ECE: Right, the plague —
CPC: It required a rational thought process to understand the relationship between hygiene and health and then to construct technological systems of drainage and sewerage in their towns. They also had sophisticated medical knowledge; modern doctors have analyzed Minoan "tweezers" and "razors" and have reclassified them as surgical implements. This was not an "unconscious" culture, just "one step up from the ape." This was a very sophisticated, intelligent, rational culture that also apparently didn't oppress women or nature or value domination or war. By the way, the cultures of higher primates are not "unconscious" either, according to Franz de Waal. And Charles Hartshorne stated that forms of intelligence permeate all of reality. I am sure the Minoans believed that too.
ECE: What is the power of the Goddess for you?
CPC: The power of the Goddess is the power of birth, death, and regeneration. This power is found in female bodies, both human and animal, and in the cycles of spring, summer, and winter. The power celebrated in Goddess religion has been disparaged as mere "fertility," but actually what is more important than birth, death, and regeneration? There is a pattern of birth, death, and regeneration in all creative processes — both those of the body and those of the mind. The symbol of the Goddess signified the power of females to give birth to new generations and the power of the earth to "give birth" to all plant and animal life, but it also symbolized the creativity of the women who discovered the technologies of planting and harvesting, food processing, spinning and weaving, potting and firing. In other words, Goddess symbolized the unity of body and mind, the intelligence found in all of nature.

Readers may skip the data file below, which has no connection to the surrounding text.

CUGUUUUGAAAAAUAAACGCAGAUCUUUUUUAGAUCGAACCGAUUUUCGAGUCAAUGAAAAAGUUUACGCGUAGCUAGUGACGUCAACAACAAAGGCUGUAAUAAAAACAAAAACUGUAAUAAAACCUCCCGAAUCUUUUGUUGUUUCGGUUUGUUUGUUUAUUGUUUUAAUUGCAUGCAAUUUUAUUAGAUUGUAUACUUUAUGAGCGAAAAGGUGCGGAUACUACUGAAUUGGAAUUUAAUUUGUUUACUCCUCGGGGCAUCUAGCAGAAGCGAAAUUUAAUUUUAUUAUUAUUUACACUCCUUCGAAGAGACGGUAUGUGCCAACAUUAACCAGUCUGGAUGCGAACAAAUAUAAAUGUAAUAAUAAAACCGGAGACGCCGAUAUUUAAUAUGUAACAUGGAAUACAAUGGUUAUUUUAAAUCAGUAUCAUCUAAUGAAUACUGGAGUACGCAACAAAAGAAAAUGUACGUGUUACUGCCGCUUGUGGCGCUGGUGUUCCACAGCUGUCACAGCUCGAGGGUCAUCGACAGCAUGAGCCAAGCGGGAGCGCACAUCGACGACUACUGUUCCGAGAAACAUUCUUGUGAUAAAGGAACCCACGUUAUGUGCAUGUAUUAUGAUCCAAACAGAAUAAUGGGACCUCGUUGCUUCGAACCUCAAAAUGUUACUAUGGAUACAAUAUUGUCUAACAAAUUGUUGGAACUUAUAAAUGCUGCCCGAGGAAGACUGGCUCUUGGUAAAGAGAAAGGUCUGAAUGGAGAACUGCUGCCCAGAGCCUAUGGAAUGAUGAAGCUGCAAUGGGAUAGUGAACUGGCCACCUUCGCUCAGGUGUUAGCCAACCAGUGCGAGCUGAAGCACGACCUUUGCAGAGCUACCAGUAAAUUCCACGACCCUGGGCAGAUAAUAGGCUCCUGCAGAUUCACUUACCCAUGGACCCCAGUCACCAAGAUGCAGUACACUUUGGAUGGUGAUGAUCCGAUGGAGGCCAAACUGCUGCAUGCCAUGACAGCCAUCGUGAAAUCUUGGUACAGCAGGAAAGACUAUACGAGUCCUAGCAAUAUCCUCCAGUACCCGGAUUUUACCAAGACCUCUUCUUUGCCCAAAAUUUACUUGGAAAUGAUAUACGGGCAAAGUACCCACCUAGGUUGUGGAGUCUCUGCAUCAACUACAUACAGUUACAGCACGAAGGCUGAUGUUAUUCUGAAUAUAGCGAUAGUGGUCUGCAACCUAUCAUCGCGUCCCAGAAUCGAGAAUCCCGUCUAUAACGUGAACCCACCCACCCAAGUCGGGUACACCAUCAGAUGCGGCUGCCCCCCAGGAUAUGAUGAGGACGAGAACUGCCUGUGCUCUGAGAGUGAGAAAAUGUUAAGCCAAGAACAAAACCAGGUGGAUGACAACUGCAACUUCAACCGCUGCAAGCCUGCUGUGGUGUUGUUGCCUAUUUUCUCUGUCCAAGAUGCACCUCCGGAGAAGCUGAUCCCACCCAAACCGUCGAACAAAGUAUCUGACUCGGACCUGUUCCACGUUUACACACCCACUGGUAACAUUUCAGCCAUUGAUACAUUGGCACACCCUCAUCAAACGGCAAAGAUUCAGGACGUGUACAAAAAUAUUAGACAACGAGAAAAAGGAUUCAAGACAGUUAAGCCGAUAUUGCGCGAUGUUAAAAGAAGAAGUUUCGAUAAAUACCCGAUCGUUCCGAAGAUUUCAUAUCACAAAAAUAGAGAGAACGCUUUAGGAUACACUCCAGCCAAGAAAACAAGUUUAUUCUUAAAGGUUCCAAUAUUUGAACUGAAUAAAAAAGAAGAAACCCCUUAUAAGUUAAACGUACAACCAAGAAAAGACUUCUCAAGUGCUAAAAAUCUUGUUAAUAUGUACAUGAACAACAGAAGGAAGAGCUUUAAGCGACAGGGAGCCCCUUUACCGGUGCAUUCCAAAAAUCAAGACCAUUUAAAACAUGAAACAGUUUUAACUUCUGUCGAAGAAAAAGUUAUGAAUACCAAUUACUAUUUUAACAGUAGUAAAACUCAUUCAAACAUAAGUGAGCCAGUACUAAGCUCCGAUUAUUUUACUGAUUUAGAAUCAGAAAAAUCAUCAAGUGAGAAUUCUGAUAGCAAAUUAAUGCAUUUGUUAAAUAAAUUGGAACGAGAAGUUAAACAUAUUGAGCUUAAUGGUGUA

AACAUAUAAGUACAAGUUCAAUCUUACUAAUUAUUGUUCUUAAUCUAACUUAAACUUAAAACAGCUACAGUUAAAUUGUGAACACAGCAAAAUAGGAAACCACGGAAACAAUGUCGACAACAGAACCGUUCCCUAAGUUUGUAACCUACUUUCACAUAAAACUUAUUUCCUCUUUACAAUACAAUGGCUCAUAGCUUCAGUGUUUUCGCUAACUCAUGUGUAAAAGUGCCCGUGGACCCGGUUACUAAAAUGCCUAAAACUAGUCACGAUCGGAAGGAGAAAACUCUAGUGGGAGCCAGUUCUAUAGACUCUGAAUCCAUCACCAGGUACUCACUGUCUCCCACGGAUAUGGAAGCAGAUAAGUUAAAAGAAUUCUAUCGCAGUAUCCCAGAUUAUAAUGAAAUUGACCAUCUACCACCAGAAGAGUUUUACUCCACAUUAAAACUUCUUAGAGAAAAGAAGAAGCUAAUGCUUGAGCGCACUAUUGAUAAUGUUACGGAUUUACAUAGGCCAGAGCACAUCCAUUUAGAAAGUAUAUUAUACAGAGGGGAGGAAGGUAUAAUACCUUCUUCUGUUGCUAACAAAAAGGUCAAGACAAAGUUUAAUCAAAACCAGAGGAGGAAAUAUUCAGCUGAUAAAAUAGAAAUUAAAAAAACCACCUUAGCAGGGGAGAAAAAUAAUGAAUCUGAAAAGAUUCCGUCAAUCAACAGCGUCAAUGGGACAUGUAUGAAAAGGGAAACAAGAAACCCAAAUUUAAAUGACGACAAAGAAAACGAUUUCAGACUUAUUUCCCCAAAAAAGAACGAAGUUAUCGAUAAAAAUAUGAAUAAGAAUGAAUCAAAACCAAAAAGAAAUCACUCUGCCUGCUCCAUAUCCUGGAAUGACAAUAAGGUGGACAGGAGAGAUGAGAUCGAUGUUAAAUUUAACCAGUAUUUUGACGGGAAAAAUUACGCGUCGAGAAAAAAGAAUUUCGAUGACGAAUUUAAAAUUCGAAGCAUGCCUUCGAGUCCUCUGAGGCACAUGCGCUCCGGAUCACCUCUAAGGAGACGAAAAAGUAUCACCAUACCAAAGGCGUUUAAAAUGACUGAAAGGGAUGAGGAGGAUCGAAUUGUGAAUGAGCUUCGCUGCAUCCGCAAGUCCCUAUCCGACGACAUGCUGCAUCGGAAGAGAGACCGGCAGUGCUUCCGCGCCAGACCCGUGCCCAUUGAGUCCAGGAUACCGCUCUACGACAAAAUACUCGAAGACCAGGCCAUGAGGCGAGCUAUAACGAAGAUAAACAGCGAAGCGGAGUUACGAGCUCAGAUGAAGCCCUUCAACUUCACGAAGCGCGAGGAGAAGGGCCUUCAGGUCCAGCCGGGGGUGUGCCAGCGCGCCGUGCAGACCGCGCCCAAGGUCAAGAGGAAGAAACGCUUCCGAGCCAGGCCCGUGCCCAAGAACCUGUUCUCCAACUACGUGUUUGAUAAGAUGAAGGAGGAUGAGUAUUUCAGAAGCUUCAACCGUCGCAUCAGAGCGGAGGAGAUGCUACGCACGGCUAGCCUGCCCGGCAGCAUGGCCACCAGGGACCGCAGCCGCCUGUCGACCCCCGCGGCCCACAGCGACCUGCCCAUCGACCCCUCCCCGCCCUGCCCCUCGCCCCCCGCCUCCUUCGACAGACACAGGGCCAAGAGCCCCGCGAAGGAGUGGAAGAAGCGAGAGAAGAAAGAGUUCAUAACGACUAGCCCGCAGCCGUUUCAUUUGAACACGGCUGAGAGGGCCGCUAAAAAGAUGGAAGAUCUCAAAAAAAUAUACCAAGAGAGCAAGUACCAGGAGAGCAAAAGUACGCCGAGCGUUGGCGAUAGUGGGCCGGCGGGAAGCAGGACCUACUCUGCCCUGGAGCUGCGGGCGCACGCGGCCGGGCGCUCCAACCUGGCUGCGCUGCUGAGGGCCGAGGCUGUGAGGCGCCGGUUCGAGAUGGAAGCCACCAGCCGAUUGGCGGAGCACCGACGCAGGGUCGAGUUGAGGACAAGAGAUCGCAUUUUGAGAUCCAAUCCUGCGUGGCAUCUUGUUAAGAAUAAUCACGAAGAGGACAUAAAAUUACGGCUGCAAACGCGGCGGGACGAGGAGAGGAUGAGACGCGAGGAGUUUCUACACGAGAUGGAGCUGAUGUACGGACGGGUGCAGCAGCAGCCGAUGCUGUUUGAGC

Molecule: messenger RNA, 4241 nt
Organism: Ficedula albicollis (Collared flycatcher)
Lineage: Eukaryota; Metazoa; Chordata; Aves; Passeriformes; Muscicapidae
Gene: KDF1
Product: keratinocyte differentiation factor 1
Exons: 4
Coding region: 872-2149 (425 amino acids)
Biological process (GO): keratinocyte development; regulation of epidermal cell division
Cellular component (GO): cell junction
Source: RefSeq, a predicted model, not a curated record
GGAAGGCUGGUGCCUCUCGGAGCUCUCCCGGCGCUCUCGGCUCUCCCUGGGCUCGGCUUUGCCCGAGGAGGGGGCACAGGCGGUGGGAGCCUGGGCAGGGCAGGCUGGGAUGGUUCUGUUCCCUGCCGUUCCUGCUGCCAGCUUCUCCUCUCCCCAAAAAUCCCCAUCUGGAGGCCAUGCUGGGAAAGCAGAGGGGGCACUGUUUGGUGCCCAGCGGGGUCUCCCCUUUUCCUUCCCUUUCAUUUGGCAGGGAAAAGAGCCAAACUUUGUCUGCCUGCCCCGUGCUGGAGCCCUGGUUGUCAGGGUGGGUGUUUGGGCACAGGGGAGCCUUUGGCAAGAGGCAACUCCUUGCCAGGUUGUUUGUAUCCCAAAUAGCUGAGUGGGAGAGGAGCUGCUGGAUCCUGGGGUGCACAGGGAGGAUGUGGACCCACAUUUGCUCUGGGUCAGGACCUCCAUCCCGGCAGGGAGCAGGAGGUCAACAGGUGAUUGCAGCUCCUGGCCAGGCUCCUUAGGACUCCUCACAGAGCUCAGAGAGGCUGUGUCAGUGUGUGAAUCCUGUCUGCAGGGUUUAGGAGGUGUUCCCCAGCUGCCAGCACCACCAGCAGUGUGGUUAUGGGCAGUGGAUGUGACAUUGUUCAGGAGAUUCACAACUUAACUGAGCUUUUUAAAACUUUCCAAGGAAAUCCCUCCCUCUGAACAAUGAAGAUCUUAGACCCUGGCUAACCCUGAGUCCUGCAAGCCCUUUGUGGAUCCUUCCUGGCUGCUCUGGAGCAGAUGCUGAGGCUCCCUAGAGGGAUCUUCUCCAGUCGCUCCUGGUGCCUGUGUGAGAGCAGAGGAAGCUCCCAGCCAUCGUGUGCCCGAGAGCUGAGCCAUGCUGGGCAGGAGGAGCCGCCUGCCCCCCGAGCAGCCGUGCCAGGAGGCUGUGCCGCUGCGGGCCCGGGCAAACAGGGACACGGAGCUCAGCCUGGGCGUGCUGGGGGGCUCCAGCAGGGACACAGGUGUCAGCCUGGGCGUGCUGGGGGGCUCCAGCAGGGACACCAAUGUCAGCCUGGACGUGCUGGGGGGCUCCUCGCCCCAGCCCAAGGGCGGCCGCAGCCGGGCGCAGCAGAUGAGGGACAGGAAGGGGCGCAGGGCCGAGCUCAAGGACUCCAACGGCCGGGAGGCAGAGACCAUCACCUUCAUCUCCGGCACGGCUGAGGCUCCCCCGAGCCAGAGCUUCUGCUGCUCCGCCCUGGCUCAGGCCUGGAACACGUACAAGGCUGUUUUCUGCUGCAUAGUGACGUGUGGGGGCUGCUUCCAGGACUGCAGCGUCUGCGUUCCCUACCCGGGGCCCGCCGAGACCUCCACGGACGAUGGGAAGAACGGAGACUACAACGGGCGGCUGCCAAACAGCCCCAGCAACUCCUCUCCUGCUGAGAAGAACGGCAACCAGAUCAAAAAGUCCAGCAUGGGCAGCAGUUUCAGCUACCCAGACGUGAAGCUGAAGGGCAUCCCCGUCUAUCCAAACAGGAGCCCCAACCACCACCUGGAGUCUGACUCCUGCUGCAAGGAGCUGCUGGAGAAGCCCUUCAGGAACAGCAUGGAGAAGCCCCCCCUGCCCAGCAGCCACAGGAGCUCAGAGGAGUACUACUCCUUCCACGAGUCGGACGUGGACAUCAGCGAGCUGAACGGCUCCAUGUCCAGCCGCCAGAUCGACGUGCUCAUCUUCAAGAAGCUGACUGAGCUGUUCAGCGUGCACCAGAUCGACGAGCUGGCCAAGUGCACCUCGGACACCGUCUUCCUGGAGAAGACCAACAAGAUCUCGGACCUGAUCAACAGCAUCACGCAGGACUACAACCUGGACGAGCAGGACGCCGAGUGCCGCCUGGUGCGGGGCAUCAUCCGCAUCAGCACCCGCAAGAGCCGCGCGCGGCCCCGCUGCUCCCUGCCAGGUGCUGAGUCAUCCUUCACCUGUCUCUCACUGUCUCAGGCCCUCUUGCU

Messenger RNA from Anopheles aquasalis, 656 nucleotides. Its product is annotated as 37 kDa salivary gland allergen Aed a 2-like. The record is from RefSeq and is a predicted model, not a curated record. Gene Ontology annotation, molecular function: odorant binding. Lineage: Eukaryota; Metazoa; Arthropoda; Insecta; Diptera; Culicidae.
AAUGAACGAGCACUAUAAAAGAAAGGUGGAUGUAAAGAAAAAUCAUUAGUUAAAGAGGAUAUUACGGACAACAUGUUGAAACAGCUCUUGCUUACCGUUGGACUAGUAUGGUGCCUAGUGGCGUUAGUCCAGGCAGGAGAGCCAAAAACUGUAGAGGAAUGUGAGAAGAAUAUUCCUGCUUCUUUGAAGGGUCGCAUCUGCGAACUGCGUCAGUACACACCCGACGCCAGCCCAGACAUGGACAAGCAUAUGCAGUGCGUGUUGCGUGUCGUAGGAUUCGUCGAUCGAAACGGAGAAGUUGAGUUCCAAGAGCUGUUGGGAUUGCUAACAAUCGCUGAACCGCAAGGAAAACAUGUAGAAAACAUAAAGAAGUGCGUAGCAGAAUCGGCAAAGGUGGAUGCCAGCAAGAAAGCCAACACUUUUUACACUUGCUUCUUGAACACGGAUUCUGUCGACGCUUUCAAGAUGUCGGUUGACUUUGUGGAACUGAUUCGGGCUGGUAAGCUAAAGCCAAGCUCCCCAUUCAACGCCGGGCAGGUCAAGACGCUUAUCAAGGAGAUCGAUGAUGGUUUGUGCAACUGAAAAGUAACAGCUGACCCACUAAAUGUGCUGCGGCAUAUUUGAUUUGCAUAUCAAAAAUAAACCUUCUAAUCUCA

The re-emergence of the Goddess in a feminist context where women are reclaiming both our bodies and our minds from patriarchal misconceptions has great power to transform the world. In Rebirth of the Goddess, I defined the power of Goddess as intelligent, embodied love. This understanding of Goddess challenges the old patriarchal God who has been identified with disembodied rationality; it also challenges the tired old patriarchal understanding of Goddess as the unconscious and the irrational body and nature. This feminist Goddess is a symbol of integration in which men, women, and children, and animals and plants can all be respected.
One of the great powers of the image of Goddess as Mother is that mothers love all of their children. Unfortunately, the Father image has not been similarly inclusive. The Father image has been very tied up with the notion of legitimacy and a man's insistence on knowing that his children are "his" so that he pass is wealth on to sons that he can be sure are t;his." The only way to be sure was to control and restrict women so that they didn't have sex with anyone other than their husbands. As part of this system, women who had sex freely were defined as "whores" and their children "illegitimate." This is not a system in which all children can be loved equally.